In between waiting for deliveries (both baby and Royal Mail) I have had quite a bit of time in our flat. While at times our 400 square foot flat has felt quite spacious, after a few days of sitting in and waiting for packages to arrive, it has started to feel a bit small. Thankfully we had some lovely friends round for dinner last night. I was able to throw myself into a bit of a baking and cooking whirlwind and briefly forget about impending deliveries.
TheKitchn recently posted a series of recommended winter recipes. The recipe posted for Braised French Onion Chicken sounded too good to pass up. There’s also something very therapeutic about caramelising onions that I just couldn’t pass up. It’s not a quick recipe to throw together, but it’s a very rewarding and flavourful recipe that I definitely recommend for those days when you want something that will fill your home with the scent of thyme, onions, and chicken.
Sadly I have no pictures as I literally took this meal from the oven immediately to our kitchen table to serve up with our friends. The pictures posted on thekitchn should convince you though!
Braised French Onion Chicken – from theKitchn
3 tbsp unsalted butter
2 lb red onions, sliced thinly into half moons (I used a mandolin, but a food processor or a shape knife would do fine)
salt and pepper
5 cloves garlic, sliced
1 tsp thyme
2 c chicken broth, low sodium, divided
1 tbsp balsamic vinegar
2 tbsp dijon mustard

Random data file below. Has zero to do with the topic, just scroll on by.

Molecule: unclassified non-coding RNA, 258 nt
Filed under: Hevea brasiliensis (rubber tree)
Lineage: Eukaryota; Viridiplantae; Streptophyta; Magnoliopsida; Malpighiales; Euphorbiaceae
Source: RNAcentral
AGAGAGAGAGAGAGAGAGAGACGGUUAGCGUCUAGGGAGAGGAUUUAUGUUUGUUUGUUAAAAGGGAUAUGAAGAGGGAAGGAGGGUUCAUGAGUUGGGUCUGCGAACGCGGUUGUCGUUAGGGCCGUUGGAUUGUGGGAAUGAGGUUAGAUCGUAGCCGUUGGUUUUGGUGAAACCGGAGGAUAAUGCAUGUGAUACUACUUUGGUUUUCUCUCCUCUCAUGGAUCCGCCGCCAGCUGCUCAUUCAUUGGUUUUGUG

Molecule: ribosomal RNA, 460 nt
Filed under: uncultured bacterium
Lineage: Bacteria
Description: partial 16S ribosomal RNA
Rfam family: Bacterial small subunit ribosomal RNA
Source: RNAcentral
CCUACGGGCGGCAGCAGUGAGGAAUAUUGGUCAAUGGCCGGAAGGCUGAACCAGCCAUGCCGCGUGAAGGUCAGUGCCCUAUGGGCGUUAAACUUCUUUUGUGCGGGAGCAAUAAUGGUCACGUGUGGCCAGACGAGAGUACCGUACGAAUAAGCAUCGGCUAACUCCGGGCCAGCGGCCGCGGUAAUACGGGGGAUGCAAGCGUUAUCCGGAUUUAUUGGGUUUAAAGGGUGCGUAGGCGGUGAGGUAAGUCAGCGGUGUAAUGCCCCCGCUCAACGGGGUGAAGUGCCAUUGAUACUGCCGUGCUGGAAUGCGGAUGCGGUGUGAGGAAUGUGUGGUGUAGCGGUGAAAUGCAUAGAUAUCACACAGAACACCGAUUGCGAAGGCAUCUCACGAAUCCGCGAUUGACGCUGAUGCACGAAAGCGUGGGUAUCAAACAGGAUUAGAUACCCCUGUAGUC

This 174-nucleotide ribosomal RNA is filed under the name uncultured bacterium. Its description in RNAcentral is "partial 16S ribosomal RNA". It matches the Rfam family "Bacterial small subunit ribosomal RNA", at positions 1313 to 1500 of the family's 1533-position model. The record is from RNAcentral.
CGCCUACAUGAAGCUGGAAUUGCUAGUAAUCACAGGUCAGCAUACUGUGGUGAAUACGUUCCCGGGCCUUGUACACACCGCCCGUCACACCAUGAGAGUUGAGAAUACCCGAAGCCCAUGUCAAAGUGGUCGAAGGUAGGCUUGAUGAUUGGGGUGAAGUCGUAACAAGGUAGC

3 lb chicken (I used chicken breasts cut in half)
1 c gruyere cheese
In a large casserole pan (I used my large le creuset), melt the butter over medium heat. Add the onions, tossing in the butter. Add salt and pepper. Cook over medium low heat for approximately 45-60 minutes, stirring occasionally. The onions will slowly cook down and take on a light colour. They will not likely look ‘caramelised’ yet! Add the garlic and thyme, increasing the heat to medium high and stirring frequently. Watching to see the colour of the onions change to a darker mahogany, turn the heat up to high and add 1c chicken broth. Deglaze the pan with the broth, stirring up any bits from the bottom of the pan. Allow the liquid to reduce by about half. Empty the contents of the pan into a bowl. Place the pan back on the stove, again on medium heat. Season the chicken breasts with salt and pepper. Brown the breasts on both sides, cooking for approximately 3 minutes per side. You may have to do this in several batches (I did 3 batches of 4 chicken pieces to avoid crowding the pan). Once the chicken has all been browned, you can put it in the same bowl as the onions while you deglaze the pan (again). This time, add the remaining 1c of chicken broth, stirring to pick up any brown bits from the pan. Whisk in the balsamic vinegar and dijon mustard. Reduce by half. Add the onions and chicken back into the pan and cover. Put into the oven at 325F or 150C for 30 minutes. Top with gruyere cheese and place in the oven under the broiler until the cheese has melted and browned. Serve with quinoa, bread, and salad.
Note: I left the chicken in the oven for probably closer to 45 minutes, ensuring the chicken was submerged in the onions and liquids. It came out really tender and not at all dried out. I think as long as the chicken is submerged in the juices it’s ok to cook it a bit longer.